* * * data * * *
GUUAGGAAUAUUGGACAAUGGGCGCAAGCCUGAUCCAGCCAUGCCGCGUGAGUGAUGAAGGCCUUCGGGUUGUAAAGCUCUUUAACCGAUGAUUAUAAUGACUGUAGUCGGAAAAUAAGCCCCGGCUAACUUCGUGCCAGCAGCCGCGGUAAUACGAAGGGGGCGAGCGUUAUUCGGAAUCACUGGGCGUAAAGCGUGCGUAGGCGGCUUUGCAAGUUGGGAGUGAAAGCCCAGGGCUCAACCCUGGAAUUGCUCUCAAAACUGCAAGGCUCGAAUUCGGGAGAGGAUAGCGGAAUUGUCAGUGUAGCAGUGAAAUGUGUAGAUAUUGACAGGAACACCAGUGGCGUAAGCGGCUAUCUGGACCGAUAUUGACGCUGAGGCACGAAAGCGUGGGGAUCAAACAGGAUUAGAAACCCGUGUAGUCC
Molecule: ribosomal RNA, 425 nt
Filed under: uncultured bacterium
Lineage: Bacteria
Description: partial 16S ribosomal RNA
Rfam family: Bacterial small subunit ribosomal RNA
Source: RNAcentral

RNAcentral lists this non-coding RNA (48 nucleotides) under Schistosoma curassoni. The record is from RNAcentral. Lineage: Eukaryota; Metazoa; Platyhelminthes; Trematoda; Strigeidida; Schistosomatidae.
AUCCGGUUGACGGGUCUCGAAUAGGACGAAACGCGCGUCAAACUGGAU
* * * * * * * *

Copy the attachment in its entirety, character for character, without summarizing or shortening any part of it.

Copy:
GUUAGGAAUAUUGGACAAUGGGCGCAAGCCUGAUCCAGCCAUGCCGCGUGAGUGAUGAAGGCCUUCGGGUUGUAAAGCUCUUUAACCGAUGAUUAUAAUGACUGUAGUCGGAAAAUAAGCCCCGGCUAACUUCGUGCCAGCAGCCGCGGUAAUACGAAGGGGGCGAGCGUUAUUCGGAAUCACUGGGCGUAAAGCGUGCGUAGGCGGCUUUGCAAGUUGGGAGUGAAAGCCCAGGGCUCAACCCUGGAAUUGCUCUCAAAACUGCAAGGCUCGAAUUCGGGAGAGGAUAGCGGAAUUGUCAGUGUAGCAGUGAAAUGUGUAGAUAUUGACAGGAACACCAGUGGCGUAAGCGGCUAUCUGGACCGAUAUUGACGCUGAGGCACGAAAGCGUGGGGAUCAAACAGGAUUAGAAACCCGUGUAGUCC
Molecule: ribosomal RNA, 425 nt
Filed under: uncultured bacterium
Lineage: Bacteria
Description: partial 16S ribosomal RNA
Rfam family: Bacterial small subunit ribosomal RNA
Source: RNAcentral

RNAcentral lists this non-coding RNA (48 nucleotides) under Schistosoma curassoni. The record is from RNAcentral. Lineage: Eukaryota; Metazoa; Platyhelminthes; Trematoda; Strigeidida; Schistosomatidae.
AUCCGGUUGACGGGUCUCGAAUAGGACGAAACGCGCGUCAAACUGGAU